United States of America, Plaintiff-appellee, v. Humberto Lazo, Humberto Romero, Defendants-appellants.united States of America, Plaintiff-appellee, v. Ricardo Trelles, Defendant-appellant, 958 F.2d 379 (9th Cir. 1992)Annotate this Case
Before HUG, CYNTHIA HOLCOMB HALL and O'SCANNLAIN, Circuit Judges.
The principal issues in these cases are (1) whether the warrantless entry, the search warrant, and the warrantless arrest of Humberto Lazo were legal; (2) whether the evidence against Lazo was sufficient to support his conviction; and (3) whether the conduct of the district court judge was improper and justifies a new trial.
A warrantless entry of a residence is justified when the police, acting on probable cause and in good faith, reasonably believe that the destruction of evidence is imminent. See United States v. Kunkler, 679 F.2d 187, 191-92 (9th Cir. 1982).
First, we must determine whether probable cause existed to enter and secure the residence and whether there were exigent circumstances justifying a warrantless entry.
The information from the reliable confidential informant, from the police surveillance of the residence, and from the encounter with Trelles and codefendant Fernando Rios provided probable cause to believe cocaine would be found inside the house. Trelles and Romero argue that the police should have questioned the validity of the tip from the confidential informant because the police found no drugs in the black Mitsubishi automobile or on the occupants, Trelles and Rios, and because the occupants had said they were in search of a mechanic. However, Detective Foreman apparently drew the reasonable conclusion that the drug deal simply had been delayed because of mechanical problems with the Oldsmobile. That theory was not inconsistent with the informant's tip. Thus, it was reasonable to believe that the drugs were still in the house. See United States v. Hicks, 752 F.2d 379, 384 (9th Cir. 1985). In addition, the informant provided detailed descriptions that were drawn from his personal observations inside the residence. Several details were verified by the police surveillance and contact with Romero and Rios. Furthermore, the informant had provided accurate information to Detective Foreman in the past. See United States v. Alexander, 761 F.2d 1294, 1300 (9th Cir. 1985).
In considering whether exigent circumstances existed, we must determine whether the police had reason to believe, at the moment of their entry, that the suspects would flee or evidence would be destroyed if the premises were not secured. We conclude such a belief was reasonable. Two of the men the police had previously observed were still inside the residence. The police reasonably feared that those occupants would become concerned if the other two did not return, and that they might flee or destroy the evidence before a warrant could be obtained. See Hicks, 752 F.2d at 384.
Trelles and Romero argue that the securing operation was actually an illegal search to confirm that cocaine was stored in the Rios residence and that what was learned through the search prompted the police to seek a warrant. We conclude that the search was not merely a confirmatory search.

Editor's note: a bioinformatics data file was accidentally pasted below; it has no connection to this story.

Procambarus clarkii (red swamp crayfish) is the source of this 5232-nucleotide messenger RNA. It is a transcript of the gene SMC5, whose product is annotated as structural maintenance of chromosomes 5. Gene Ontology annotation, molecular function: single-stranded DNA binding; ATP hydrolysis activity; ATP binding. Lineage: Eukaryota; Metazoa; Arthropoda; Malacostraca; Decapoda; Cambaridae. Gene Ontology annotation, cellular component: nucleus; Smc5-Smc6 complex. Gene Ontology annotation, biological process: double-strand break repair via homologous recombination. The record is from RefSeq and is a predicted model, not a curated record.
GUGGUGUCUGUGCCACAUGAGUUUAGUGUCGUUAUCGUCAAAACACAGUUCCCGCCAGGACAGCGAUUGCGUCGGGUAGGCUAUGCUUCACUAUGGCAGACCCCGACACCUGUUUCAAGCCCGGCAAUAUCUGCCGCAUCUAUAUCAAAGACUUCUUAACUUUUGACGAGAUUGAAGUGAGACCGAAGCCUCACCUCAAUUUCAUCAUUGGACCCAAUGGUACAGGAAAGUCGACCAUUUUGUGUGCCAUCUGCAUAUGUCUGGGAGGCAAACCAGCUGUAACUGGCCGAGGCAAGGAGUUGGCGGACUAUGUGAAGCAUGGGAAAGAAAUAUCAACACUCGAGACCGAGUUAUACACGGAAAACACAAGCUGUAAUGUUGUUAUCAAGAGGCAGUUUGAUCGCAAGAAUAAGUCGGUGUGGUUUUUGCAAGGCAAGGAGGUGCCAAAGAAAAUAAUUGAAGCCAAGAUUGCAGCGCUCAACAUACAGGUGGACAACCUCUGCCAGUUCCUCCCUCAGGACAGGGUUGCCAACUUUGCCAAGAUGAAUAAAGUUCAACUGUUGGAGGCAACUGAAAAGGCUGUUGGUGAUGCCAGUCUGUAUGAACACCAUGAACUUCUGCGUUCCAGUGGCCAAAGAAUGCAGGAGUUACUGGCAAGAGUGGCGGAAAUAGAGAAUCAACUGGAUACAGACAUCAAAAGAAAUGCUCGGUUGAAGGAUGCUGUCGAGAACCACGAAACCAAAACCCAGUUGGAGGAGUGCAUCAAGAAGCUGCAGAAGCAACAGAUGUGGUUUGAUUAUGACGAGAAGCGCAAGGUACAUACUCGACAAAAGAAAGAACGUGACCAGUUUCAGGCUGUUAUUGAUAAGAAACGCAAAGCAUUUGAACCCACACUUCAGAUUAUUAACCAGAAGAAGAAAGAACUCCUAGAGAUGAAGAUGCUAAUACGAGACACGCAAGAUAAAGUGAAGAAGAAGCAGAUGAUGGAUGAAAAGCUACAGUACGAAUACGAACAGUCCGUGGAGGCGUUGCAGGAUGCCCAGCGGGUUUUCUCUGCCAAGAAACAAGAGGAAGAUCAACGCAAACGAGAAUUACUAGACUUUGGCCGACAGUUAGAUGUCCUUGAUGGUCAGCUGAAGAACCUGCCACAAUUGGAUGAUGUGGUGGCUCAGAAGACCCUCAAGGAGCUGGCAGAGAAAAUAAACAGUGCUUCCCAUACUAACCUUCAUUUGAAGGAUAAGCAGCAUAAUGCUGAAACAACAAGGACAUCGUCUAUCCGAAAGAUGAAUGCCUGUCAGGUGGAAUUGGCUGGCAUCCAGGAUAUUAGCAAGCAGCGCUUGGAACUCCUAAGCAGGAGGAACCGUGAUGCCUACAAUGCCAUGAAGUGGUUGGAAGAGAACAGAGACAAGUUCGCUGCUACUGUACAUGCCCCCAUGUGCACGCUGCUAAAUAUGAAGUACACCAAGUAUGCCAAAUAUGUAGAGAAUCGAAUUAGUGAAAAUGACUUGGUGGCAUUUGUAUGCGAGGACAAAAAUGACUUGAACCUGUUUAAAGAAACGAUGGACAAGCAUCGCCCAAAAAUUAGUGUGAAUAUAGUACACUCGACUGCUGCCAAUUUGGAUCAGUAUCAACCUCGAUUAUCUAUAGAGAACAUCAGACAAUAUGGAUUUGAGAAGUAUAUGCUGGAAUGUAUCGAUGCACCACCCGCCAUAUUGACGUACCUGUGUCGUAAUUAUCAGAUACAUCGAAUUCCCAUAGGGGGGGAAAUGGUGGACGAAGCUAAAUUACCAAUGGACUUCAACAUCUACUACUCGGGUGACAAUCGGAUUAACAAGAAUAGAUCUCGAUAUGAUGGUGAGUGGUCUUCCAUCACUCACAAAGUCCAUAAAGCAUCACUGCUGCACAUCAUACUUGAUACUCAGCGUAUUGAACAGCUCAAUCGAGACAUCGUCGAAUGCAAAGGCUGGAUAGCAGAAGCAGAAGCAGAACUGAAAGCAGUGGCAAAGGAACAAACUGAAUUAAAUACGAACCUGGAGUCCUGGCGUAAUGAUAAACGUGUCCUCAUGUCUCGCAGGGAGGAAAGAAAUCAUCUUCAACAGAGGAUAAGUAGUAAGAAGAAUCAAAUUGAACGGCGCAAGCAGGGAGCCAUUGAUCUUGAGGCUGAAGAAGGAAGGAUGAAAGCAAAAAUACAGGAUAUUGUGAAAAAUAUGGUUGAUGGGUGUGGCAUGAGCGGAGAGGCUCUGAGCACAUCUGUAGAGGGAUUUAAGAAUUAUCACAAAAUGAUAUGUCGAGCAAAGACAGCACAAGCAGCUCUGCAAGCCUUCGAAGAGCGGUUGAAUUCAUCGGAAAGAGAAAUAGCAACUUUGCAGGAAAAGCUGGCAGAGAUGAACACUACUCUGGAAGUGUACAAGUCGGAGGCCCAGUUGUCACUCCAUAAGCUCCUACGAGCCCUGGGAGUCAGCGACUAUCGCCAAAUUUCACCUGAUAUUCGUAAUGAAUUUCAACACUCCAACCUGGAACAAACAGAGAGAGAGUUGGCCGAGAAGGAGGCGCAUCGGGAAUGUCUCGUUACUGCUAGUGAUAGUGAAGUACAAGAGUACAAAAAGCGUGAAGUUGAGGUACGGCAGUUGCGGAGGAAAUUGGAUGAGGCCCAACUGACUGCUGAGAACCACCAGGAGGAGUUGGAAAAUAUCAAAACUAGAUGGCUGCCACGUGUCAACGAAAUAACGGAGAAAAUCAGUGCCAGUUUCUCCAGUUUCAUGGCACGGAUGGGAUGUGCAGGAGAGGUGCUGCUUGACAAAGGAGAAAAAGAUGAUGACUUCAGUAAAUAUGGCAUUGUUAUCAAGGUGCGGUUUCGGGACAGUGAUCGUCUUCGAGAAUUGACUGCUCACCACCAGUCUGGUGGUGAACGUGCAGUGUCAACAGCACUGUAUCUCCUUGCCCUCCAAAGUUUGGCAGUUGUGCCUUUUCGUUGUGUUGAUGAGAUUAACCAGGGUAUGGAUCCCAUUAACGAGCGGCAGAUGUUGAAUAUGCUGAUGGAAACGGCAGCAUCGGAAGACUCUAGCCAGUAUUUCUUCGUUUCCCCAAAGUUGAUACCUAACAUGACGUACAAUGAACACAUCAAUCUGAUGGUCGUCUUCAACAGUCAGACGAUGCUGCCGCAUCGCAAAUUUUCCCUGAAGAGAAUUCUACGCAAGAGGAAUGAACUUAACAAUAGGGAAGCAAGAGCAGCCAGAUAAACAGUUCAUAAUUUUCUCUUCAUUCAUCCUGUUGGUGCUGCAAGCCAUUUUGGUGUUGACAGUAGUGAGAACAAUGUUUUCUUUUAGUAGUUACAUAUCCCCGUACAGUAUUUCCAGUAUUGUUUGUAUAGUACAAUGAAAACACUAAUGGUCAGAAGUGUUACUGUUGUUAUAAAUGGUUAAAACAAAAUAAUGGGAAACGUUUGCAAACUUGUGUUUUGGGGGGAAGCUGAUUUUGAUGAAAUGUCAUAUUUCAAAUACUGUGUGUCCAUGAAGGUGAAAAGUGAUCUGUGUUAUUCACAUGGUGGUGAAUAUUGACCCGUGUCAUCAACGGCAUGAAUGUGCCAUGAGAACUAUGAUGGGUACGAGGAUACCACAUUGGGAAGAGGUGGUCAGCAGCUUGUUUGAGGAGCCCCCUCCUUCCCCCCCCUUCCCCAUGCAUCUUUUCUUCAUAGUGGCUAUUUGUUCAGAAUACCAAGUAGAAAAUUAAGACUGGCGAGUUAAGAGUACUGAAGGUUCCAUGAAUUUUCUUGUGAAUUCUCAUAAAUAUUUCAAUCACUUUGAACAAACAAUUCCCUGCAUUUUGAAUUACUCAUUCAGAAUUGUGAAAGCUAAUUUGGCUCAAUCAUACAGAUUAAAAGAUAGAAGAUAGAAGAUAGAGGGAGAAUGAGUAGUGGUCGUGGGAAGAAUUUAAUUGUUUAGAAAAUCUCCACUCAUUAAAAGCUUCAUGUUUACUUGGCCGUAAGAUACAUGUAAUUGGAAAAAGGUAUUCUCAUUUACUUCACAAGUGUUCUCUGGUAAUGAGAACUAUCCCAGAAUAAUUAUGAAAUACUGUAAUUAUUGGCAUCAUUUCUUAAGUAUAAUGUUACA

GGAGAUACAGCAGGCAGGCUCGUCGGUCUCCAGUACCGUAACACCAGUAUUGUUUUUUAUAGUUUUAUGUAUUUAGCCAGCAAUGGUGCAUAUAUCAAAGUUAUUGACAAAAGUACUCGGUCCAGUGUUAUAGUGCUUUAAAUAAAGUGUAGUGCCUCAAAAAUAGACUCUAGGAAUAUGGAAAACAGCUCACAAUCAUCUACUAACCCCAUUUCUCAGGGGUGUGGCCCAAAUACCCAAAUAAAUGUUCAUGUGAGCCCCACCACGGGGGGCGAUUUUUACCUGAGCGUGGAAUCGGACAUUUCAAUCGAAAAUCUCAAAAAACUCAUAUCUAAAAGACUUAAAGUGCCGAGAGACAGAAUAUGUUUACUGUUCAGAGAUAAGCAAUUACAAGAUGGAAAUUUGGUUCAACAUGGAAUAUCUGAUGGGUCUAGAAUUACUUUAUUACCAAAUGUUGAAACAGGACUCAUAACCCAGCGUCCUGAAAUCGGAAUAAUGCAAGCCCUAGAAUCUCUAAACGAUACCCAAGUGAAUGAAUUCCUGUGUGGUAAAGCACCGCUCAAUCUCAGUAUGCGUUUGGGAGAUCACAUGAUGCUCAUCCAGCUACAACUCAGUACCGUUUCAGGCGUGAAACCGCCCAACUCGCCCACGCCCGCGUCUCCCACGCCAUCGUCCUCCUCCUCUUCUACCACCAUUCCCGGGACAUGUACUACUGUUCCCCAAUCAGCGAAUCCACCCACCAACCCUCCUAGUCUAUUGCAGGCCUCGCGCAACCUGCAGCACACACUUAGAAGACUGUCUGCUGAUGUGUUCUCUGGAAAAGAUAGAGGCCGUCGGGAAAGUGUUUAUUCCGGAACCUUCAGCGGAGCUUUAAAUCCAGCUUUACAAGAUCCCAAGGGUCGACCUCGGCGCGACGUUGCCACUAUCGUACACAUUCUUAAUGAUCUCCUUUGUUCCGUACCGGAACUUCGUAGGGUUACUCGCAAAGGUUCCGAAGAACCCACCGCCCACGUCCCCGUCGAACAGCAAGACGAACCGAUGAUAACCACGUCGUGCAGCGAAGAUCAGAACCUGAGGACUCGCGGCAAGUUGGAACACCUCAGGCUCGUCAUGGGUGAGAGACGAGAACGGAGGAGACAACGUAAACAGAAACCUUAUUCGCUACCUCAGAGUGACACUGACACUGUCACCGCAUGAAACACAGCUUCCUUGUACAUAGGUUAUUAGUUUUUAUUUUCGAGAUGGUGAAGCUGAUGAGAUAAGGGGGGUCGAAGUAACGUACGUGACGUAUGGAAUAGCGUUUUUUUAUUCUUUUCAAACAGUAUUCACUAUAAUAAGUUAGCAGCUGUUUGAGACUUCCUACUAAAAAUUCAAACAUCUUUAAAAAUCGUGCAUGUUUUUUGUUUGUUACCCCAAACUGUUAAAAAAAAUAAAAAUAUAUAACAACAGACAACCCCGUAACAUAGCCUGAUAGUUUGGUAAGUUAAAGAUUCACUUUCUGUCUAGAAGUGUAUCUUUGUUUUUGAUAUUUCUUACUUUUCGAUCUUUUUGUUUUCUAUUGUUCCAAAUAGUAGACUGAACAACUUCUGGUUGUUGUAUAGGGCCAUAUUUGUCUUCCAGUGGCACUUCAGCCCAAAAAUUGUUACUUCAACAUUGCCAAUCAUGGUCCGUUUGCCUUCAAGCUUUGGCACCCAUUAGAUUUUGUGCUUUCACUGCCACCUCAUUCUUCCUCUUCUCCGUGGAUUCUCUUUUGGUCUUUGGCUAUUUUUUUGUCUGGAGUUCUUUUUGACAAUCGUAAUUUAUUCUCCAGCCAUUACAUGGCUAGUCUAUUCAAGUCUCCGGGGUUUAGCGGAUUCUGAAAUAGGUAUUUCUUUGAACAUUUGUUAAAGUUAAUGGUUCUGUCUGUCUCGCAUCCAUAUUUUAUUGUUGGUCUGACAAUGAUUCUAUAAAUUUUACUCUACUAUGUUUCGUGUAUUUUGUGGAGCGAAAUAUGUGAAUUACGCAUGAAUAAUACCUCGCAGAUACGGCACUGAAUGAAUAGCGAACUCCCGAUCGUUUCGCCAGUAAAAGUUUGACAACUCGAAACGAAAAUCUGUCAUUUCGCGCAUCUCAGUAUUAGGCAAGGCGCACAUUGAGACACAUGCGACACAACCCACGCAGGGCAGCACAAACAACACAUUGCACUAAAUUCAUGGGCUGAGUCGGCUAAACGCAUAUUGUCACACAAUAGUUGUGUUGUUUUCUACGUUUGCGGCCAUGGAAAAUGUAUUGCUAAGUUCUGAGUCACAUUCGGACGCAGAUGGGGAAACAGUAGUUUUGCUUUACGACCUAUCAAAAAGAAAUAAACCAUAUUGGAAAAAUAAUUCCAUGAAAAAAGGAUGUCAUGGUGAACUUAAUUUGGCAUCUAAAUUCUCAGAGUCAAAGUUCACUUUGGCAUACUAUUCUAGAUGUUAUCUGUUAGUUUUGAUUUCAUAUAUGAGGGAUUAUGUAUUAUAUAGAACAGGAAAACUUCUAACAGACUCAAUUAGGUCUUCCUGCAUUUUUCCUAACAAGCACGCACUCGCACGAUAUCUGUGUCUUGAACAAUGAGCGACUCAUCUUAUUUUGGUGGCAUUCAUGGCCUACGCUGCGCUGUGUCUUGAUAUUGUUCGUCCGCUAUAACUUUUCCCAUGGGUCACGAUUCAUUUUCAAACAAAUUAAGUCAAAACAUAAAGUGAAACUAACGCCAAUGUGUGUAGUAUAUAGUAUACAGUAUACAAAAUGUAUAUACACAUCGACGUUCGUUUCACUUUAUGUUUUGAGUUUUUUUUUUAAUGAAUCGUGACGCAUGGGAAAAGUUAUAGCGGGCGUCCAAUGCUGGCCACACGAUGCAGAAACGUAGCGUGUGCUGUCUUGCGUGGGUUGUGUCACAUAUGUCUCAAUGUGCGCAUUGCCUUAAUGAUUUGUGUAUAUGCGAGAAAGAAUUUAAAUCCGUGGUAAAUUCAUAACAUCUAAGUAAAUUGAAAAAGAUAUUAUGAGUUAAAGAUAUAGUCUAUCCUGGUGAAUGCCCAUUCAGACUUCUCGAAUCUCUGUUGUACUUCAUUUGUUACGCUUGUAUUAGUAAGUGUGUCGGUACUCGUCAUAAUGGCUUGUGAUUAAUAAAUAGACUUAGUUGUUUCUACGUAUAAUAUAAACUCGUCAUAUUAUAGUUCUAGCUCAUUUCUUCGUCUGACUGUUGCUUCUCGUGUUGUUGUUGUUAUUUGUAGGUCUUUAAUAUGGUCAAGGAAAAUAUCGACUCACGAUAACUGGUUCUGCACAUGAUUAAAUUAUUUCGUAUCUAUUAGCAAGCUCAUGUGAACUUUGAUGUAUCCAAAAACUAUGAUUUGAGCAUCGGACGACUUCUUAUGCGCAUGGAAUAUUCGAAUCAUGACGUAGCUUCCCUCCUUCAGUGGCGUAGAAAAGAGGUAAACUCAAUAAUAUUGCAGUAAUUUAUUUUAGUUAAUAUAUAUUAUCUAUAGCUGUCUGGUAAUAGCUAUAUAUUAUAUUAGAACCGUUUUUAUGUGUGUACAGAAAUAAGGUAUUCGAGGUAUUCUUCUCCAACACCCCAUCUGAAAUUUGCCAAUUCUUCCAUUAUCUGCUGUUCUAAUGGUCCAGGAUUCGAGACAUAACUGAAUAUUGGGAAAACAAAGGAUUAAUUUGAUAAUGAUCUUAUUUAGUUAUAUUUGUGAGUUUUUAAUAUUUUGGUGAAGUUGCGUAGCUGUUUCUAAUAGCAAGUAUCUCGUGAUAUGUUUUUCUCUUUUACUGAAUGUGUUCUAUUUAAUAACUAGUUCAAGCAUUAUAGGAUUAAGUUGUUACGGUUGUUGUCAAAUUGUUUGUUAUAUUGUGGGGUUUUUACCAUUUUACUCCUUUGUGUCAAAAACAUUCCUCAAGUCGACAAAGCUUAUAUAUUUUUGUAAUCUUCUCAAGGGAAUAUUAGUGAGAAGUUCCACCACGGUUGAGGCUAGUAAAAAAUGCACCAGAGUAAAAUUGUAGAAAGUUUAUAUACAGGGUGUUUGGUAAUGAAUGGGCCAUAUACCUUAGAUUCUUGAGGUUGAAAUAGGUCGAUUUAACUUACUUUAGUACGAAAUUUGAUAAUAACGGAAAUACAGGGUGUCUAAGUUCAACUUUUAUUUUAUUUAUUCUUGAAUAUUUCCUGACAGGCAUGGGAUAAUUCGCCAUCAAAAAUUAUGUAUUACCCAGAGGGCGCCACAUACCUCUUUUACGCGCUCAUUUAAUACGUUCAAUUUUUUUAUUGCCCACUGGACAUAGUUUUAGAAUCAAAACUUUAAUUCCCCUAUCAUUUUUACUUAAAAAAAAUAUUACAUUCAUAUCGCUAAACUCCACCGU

Detective Foreman testified at the suppression hearing that he had decided to seek a warrant before any officers entered the residence and that prior to entering the residence he had directed the officers assisting him to secure it "pending an effort by myself going back to my office and writing an affidavit for a search warrant."
Romero argues that what was learned in that entry "may have played a key role in the Magistrate's decision to issue a warrant." The issue is whether the warrant was supported by a sufficient showing of probable cause independent of any information obtained in the warrantless entry. See United States v. Salas, 879 F.2d 530, 537 (9th Cir.), cert. denied, 493 U.S. 979 (1989).
The affidavit relied in part on the statements of the informant. Romero and Trelles argue that the informant's reliability and veracity were not established in the affidavit, and that the affiant omitted material information from the affidavit. The magistrate should assess an informant's veracity, reliability, and basis of knowledge in light of the totality of the circumstances to determine the value of the informant's report in establishing probable cause. Illinois v. Gates, 462 U.S. 213, 230; United States v. Fixen, 780 F.2d 1434, 1436 (9th Cir. 1986). The affidavit provided the magistrate with information (1) that the informant had based his tip on what he had seen and heard while in the Rios house; (2) that the informant previously had provided tips that had been corroborated and had resulted in arrests; and (3) that police observations had corroborated several details of the tip (identification of the two vehicles and the presence of "Humberto" and other Latino men from Los Angeles at the residence).
Trelles complains that some of the information provided by the informant was not corroborated by the police. For example, the two cars were to depart within a certain time frame, one was to contain the drugs, and both were to proceed to a drug transaction. The affiant, Detective Foreman, knew the occupants of the black hatchback were on their way to get a mechanic, not to sell drugs, and that the car did not contain drugs. Although Foreman did not include this information in his affidavit, the police need not report negative findings to the magistrate. United States v. Watts, 848 F.2d 134, 137 (9th Cir.), cert. denied, 488 U.S. 928 (1988). Even if all the information known to Foreman had been presented in the affidavit, we conclude that a magistrate could reasonably have found probable cause to issue a warrant. See United States v. Condo, 782 F.2d 1502, 1506 (9th Cir. 1986); United States v. Ippolito, 774 F.2d 1482, 1486-87 and n. 1 (9th Cir. 1985).